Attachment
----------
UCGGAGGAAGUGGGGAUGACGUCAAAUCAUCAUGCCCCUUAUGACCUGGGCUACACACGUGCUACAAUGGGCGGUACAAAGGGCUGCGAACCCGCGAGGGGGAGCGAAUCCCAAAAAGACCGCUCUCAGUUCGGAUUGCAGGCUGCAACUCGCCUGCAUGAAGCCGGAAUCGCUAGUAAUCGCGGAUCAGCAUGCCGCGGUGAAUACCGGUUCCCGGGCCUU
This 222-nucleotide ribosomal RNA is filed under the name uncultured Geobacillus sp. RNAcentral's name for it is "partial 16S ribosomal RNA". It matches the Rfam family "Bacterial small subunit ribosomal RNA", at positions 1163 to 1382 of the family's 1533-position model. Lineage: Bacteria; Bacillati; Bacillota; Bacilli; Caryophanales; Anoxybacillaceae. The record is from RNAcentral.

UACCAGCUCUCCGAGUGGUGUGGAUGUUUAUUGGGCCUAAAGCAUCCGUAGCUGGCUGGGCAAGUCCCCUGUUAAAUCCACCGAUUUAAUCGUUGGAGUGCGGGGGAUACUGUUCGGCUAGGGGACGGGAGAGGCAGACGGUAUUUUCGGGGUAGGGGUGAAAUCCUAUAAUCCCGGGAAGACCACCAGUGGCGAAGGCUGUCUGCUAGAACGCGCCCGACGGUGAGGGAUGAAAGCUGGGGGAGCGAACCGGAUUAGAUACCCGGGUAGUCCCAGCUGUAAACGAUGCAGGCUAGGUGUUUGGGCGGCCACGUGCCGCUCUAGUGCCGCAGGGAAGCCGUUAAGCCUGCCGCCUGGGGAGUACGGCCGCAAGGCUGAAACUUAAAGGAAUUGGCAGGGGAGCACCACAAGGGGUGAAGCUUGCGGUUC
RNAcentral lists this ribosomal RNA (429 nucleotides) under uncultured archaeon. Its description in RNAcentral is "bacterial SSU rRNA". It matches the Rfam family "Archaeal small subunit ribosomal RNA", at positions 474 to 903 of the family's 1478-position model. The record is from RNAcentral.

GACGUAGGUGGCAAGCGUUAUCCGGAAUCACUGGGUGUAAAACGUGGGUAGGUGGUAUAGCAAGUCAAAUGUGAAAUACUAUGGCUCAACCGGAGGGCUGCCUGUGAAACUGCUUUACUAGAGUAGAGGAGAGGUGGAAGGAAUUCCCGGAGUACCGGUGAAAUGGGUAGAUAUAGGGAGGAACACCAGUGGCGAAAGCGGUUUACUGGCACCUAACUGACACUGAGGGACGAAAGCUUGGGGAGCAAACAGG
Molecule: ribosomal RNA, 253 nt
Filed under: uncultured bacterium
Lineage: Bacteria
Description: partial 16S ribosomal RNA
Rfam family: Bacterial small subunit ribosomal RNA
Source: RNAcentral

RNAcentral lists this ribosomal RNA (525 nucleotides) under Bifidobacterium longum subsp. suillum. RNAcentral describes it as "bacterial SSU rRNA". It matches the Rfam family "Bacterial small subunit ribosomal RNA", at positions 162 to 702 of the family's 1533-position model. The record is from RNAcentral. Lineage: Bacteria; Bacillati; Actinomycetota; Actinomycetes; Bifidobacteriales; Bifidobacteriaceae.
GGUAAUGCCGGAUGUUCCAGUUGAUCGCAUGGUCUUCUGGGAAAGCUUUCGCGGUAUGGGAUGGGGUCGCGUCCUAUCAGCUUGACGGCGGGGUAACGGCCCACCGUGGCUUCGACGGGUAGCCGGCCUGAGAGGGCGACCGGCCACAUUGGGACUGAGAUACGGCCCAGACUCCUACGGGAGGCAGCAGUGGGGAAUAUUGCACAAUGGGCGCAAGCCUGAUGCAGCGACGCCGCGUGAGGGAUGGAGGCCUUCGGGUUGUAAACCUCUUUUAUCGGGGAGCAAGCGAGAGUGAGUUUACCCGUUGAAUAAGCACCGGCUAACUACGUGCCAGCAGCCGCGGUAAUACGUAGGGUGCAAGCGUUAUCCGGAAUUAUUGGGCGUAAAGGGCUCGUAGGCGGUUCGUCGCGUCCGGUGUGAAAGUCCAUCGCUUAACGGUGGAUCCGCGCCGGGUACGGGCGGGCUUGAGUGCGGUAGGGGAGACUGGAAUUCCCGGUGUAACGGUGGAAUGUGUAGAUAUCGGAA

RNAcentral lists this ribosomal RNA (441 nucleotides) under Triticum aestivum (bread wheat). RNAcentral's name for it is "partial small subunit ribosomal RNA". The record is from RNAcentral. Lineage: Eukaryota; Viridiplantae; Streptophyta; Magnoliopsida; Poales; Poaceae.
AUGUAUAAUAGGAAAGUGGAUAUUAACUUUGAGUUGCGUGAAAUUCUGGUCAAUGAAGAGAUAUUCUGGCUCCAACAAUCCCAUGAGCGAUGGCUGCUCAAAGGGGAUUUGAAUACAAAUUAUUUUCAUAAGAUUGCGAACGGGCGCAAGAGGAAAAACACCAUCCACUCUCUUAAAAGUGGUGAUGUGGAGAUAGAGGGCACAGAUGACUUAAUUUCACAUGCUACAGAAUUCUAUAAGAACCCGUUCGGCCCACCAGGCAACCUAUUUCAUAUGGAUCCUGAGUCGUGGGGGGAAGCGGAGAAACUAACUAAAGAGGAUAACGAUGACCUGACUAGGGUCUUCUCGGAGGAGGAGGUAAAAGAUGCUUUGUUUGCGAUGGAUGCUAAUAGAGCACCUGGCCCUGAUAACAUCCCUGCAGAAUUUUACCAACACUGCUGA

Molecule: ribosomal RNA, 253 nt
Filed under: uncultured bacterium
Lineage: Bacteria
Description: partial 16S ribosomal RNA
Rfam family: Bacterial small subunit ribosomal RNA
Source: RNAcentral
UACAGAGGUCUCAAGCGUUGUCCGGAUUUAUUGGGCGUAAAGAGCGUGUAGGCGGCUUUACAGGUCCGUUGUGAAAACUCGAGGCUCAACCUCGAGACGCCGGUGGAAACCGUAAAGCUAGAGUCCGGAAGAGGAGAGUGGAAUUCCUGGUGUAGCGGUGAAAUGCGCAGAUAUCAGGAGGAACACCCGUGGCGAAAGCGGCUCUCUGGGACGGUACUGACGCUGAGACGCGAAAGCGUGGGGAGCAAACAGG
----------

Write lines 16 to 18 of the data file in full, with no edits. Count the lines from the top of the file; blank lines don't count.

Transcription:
Molecule: ribosomal RNA, 253 nt
Filed under: uncultured bacterium
Lineage: Bacteria